Commodity ETFs attempt to track the price of a single commodity, such as gold or oil, or a basket of commodities by holding the actual commodity in storage, or by purchasing futures contracts. Because futures provide leverage, ETFs that use futures contracts have uninvested cash, which they usually park in interest-bearing government bonds. The interest on the bonds is used to cover the expenses of the ETF and to pay dividends to the holders.
There are some types of ETFs that do not consist of equities. Very common with commodity ETFs, some funds are made up of derivative contracts like futures, forwards, and options. While the goal is to emulate an investment product, there are different ways to do so within the construction of ETFs. Assets in the fund can either be individual companies or in these cases derivative products.
Size-Specific (Style) ETF
A size-specific ETF investing is defined by the market capitalization of the individual holdings within the fund. For example, the ETF may characterize its holdings as large-cap, mid-cap, small-cap, or even micro-cap to indicate the relative size of the companies that are held within the ETF. So, if you have a certain investment goal based on a market-cap style, you may be able to reach your target with a style ETF like the SPDR Dow Jones Large Cap Value ETF (ticker: ELV) which tracks the Dow Jones U.S. Large Cap Value Index.
A leveraged ETF is designed to magnify the performance of an underlying index. This type of ETF investing provides investors with the prospect of amplifying their returns when the market responds in an expected direction. As a caution, if the market takes an unexpected turn, the investor will also magnify losses instead of gains.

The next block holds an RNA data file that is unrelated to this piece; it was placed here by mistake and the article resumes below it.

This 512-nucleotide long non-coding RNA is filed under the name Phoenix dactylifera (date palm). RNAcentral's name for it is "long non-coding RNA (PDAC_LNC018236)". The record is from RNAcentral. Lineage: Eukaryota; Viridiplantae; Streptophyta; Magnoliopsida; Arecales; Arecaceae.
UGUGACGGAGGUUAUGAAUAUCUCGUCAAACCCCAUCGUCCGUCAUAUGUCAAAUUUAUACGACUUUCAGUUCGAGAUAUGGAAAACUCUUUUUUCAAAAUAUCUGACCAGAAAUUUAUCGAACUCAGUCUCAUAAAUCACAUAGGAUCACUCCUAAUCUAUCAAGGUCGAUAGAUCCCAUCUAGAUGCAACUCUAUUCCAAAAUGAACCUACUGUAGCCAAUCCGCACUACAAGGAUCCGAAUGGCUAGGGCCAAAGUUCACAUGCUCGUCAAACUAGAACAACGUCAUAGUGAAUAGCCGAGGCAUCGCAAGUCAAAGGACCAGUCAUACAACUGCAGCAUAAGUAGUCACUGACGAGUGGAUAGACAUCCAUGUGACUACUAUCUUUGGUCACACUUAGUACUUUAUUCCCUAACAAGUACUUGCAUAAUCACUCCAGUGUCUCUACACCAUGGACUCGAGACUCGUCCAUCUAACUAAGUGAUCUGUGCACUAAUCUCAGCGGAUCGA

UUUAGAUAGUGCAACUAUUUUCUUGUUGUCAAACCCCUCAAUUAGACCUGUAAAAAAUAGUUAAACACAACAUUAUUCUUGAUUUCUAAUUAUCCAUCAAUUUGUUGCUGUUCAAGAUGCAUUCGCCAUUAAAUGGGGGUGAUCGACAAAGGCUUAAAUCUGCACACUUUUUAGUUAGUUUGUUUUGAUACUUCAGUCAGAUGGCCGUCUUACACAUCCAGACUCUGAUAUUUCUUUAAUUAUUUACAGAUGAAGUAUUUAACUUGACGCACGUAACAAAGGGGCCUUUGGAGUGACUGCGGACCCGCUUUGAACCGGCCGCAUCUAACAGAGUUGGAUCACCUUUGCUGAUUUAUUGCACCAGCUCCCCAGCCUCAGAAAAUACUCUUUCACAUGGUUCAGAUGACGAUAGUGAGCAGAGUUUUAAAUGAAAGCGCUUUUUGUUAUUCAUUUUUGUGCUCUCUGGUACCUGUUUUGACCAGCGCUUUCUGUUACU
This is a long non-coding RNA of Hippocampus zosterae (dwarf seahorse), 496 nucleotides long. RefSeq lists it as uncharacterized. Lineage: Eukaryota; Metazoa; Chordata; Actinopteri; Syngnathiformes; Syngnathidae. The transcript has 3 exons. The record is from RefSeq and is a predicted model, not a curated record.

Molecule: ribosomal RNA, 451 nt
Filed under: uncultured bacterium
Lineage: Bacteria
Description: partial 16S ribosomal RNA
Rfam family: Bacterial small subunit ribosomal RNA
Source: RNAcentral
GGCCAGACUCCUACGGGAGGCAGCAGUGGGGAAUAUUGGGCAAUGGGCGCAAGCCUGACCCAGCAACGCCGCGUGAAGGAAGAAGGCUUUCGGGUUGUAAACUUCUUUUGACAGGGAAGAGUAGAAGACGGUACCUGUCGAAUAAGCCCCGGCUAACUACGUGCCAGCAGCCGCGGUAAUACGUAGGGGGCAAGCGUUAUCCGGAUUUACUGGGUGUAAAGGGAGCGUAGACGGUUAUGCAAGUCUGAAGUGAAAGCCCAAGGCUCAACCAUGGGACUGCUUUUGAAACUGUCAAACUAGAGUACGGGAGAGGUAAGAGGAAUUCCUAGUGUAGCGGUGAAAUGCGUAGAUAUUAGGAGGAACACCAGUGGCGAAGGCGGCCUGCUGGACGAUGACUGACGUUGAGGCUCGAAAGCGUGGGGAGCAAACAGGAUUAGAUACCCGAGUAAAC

Short (Bear Market Or Inverse) ETF
A short or bear market ETF is designed to return the inverse or opposite of an underlying index. The short ETF provides investors with an opportunity to benefit from declines in the underlying index. This is becoming a popular way for many investors to hedge their portfolio for downside risk in the markets.
First there were mutual funds, with their active management and high fees. Then ETFs came, which keep their costs low by passively tracking an index. In 2008 first actively-managed exchange-traded funds started operating. They're supposed to offer investors the best of both worlds - professional management and low costs. An example of actively-managed ETF investing is AdvisorShares Dent Tactical ETF (ticker: DENT).
Largest 30 ETFs by 3-Months Average Trading Volume
The following table lists the top 30 largest exchange-traded funds, ranked by 3-months average trading volume as of 06/07/2010.
|Fund Name||Ticker||Category||Fund Family||Volume|
|SPDR S&P 500||SPY||US Index||SPDRs||244.353.000|
|Financial Select Sector SPDR||XLF||Sector-Industry||State Street Global Advisors||122.803.000|
|PowerShares QQQ||QQQQ||US Index||PowerShares||99.555.000|